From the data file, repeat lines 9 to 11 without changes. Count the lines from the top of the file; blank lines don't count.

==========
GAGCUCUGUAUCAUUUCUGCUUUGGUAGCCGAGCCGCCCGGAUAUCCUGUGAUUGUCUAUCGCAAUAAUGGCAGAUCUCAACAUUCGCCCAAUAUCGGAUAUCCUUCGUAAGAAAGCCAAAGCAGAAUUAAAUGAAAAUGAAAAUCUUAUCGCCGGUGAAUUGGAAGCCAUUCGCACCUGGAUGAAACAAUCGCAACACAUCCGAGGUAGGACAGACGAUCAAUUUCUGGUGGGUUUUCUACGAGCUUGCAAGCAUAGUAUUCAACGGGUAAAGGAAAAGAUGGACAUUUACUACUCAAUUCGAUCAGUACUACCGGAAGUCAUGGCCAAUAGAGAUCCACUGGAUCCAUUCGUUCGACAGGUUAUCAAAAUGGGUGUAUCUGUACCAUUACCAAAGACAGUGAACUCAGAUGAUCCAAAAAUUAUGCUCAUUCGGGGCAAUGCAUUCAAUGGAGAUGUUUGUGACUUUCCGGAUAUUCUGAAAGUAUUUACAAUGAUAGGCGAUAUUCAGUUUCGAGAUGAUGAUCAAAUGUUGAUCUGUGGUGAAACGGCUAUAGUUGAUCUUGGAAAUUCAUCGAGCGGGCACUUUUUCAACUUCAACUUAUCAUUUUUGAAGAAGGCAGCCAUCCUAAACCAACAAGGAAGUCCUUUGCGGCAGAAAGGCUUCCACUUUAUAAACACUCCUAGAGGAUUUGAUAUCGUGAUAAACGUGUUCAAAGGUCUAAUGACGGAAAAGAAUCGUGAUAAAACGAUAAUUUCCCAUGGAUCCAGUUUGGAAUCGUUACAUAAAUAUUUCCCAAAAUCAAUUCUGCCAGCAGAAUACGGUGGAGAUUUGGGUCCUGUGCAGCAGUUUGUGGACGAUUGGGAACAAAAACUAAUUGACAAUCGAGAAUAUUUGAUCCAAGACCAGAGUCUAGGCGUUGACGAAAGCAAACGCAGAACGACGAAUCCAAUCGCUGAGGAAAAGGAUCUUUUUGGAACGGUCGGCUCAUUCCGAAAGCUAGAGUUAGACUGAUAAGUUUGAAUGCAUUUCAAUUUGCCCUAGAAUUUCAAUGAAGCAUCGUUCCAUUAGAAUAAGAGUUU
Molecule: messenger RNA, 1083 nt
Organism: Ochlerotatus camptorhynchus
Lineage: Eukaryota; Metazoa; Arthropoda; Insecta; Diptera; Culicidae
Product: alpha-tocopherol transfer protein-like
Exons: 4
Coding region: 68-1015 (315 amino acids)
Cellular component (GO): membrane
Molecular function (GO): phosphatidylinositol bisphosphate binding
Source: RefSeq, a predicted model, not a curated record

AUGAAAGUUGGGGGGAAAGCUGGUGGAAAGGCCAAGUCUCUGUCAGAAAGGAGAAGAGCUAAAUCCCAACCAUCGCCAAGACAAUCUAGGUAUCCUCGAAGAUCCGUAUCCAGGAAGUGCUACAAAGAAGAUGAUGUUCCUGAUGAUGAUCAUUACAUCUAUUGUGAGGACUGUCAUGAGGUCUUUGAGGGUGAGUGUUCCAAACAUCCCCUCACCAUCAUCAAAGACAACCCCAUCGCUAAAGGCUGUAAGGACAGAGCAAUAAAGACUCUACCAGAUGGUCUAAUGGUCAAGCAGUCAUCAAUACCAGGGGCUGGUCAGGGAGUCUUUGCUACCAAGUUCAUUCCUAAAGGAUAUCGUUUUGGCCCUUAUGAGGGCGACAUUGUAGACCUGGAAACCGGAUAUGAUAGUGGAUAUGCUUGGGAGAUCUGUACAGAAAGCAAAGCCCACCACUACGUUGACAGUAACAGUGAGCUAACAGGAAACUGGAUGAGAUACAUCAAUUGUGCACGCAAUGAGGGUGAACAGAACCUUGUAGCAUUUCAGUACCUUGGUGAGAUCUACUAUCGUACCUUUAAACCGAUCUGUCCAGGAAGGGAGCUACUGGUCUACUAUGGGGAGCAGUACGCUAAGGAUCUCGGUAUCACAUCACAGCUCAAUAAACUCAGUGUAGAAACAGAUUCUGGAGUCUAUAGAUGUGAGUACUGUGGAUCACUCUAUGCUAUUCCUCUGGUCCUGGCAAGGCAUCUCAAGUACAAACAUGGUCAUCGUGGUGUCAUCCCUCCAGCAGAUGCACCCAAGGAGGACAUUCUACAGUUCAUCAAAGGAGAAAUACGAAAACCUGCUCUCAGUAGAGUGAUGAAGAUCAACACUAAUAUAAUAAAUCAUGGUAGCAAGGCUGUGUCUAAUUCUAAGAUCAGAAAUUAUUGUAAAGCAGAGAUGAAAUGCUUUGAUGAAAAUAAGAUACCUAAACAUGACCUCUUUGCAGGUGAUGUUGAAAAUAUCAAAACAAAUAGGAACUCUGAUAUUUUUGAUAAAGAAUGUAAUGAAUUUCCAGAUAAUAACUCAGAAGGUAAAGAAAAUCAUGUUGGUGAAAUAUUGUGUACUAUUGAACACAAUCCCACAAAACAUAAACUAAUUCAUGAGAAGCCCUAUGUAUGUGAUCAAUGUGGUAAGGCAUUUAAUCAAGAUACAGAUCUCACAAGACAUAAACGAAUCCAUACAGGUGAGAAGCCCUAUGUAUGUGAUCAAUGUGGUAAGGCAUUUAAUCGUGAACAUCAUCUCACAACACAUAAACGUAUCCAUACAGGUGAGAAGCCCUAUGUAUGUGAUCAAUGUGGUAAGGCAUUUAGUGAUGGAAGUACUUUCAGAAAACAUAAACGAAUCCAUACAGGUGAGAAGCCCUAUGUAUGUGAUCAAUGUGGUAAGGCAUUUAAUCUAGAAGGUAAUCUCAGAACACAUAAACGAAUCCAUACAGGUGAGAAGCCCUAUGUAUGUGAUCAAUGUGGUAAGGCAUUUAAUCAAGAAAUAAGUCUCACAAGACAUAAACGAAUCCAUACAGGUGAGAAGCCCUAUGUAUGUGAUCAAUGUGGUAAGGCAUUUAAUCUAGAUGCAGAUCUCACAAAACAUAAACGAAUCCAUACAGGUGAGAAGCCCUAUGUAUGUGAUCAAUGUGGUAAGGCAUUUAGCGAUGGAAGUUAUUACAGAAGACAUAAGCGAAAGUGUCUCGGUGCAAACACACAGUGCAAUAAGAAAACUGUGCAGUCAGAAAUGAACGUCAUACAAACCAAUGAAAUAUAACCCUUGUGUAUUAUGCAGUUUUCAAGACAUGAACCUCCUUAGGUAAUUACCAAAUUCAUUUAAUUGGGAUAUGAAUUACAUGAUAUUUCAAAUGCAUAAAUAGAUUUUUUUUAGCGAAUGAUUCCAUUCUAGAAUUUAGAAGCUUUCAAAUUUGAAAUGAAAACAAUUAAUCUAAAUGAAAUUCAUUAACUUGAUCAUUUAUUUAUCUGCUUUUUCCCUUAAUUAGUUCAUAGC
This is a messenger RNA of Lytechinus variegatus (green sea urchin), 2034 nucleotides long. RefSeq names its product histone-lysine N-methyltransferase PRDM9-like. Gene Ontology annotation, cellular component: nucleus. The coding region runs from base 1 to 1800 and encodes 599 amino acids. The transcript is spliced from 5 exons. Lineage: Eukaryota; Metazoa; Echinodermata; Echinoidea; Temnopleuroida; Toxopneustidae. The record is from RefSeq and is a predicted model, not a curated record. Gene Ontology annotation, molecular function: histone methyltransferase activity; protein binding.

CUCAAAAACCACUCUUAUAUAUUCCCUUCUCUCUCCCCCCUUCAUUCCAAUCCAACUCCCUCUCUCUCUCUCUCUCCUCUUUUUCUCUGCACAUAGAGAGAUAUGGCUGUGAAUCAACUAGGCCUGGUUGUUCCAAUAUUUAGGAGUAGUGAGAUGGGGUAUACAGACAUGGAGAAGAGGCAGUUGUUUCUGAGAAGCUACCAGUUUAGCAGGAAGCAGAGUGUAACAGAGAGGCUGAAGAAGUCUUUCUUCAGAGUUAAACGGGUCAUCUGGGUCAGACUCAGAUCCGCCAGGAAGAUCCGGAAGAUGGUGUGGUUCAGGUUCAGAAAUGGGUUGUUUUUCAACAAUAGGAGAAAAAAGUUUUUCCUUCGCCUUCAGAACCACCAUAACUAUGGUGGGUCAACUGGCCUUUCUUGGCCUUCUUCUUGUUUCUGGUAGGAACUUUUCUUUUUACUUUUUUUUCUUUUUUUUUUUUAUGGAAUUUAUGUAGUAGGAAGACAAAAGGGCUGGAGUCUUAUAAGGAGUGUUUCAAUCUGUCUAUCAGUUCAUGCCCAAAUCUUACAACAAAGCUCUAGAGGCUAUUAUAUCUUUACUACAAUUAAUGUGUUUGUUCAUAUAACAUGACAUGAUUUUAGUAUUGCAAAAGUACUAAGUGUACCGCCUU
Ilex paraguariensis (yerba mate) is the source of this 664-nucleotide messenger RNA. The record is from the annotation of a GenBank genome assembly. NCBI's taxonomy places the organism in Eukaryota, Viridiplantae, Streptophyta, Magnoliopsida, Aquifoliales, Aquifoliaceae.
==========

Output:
Molecular function (GO): phosphatidylinositol bisphosphate binding
Source: RefSeq, a predicted model, not a curated record

AUGAAAGUUGGGGGGAAAGCUGGUGGAAAGGCCAAGUCUCUGUCAGAAAGGAGAAGAGCUAAAUCCCAACCAUCGCCAAGACAAUCUAGGUAUCCUCGAAGAUCCGUAUCCAGGAAGUGCUACAAAGAAGAUGAUGUUCCUGAUGAUGAUCAUUACAUCUAUUGUGAGGACUGUCAUGAGGUCUUUGAGGGUGAGUGUUCCAAACAUCCCCUCACCAUCAUCAAAGACAACCCCAUCGCUAAAGGCUGUAAGGACAGAGCAAUAAAGACUCUACCAGAUGGUCUAAUGGUCAAGCAGUCAUCAAUACCAGGGGCUGGUCAGGGAGUCUUUGCUACCAAGUUCAUUCCUAAAGGAUAUCGUUUUGGCCCUUAUGAGGGCGACAUUGUAGACCUGGAAACCGGAUAUGAUAGUGGAUAUGCUUGGGAGAUCUGUACAGAAAGCAAAGCCCACCACUACGUUGACAGUAACAGUGAGCUAACAGGAAACUGGAUGAGAUACAUCAAUUGUGCACGCAAUGAGGGUGAACAGAACCUUGUAGCAUUUCAGUACCUUGGUGAGAUCUACUAUCGUACCUUUAAACCGAUCUGUCCAGGAAGGGAGCUACUGGUCUACUAUGGGGAGCAGUACGCUAAGGAUCUCGGUAUCACAUCACAGCUCAAUAAACUCAGUGUAGAAACAGAUUCUGGAGUCUAUAGAUGUGAGUACUGUGGAUCACUCUAUGCUAUUCCUCUGGUCCUGGCAAGGCAUCUCAAGUACAAACAUGGUCAUCGUGGUGUCAUCCCUCCAGCAGAUGCACCCAAGGAGGACAUUCUACAGUUCAUCAAAGGAGAAAUACGAAAACCUGCUCUCAGUAGAGUGAUGAAGAUCAACACUAAUAUAAUAAAUCAUGGUAGCAAGGCUGUGUCUAAUUCUAAGAUCAGAAAUUAUUGUAAAGCAGAGAUGAAAUGCUUUGAUGAAAAUAAGAUACCUAAACAUGACCUCUUUGCAGGUGAUGUUGAAAAUAUCAAAACAAAUAGGAACUCUGAUAUUUUUGAUAAAGAAUGUAAUGAAUUUCCAGAUAAUAACUCAGAAGGUAAAGAAAAUCAUGUUGGUGAAAUAUUGUGUACUAUUGAACACAAUCCCACAAAACAUAAACUAAUUCAUGAGAAGCCCUAUGUAUGUGAUCAAUGUGGUAAGGCAUUUAAUCAAGAUACAGAUCUCACAAGACAUAAACGAAUCCAUACAGGUGAGAAGCCCUAUGUAUGUGAUCAAUGUGGUAAGGCAUUUAAUCGUGAACAUCAUCUCACAACACAUAAACGUAUCCAUACAGGUGAGAAGCCCUAUGUAUGUGAUCAAUGUGGUAAGGCAUUUAGUGAUGGAAGUACUUUCAGAAAACAUAAACGAAUCCAUACAGGUGAGAAGCCCUAUGUAUGUGAUCAAUGUGGUAAGGCAUUUAAUCUAGAAGGUAAUCUCAGAACACAUAAACGAAUCCAUACAGGUGAGAAGCCCUAUGUAUGUGAUCAAUGUGGUAAGGCAUUUAAUCAAGAAAUAAGUCUCACAAGACAUAAACGAAUCCAUACAGGUGAGAAGCCCUAUGUAUGUGAUCAAUGUGGUAAGGCAUUUAAUCUAGAUGCAGAUCUCACAAAACAUAAACGAAUCCAUACAGGUGAGAAGCCCUAUGUAUGUGAUCAAUGUGGUAAGGCAUUUAGCGAUGGAAGUUAUUACAGAAGACAUAAGCGAAAGUGUCUCGGUGCAAACACACAGUGCAAUAAGAAAACUGUGCAGUCAGAAAUGAACGUCAUACAAACCAAUGAAAUAUAACCCUUGUGUAUUAUGCAGUUUUCAAGACAUGAACCUCCUUAGGUAAUUACCAAAUUCAUUUAAUUGGGAUAUGAAUUACAUGAUAUUUCAAAUGCAUAAAUAGAUUUUUUUUAGCGAAUGAUUCCAUUCUAGAAUUUAGAAGCUUUCAAAUUUGAAAUGAAAACAAUUAAUCUAAAUGAAAUUCAUUAACUUGAUCAUUUAUUUAUCUGCUUUUUCCCUUAAUUAGUUCAUAGC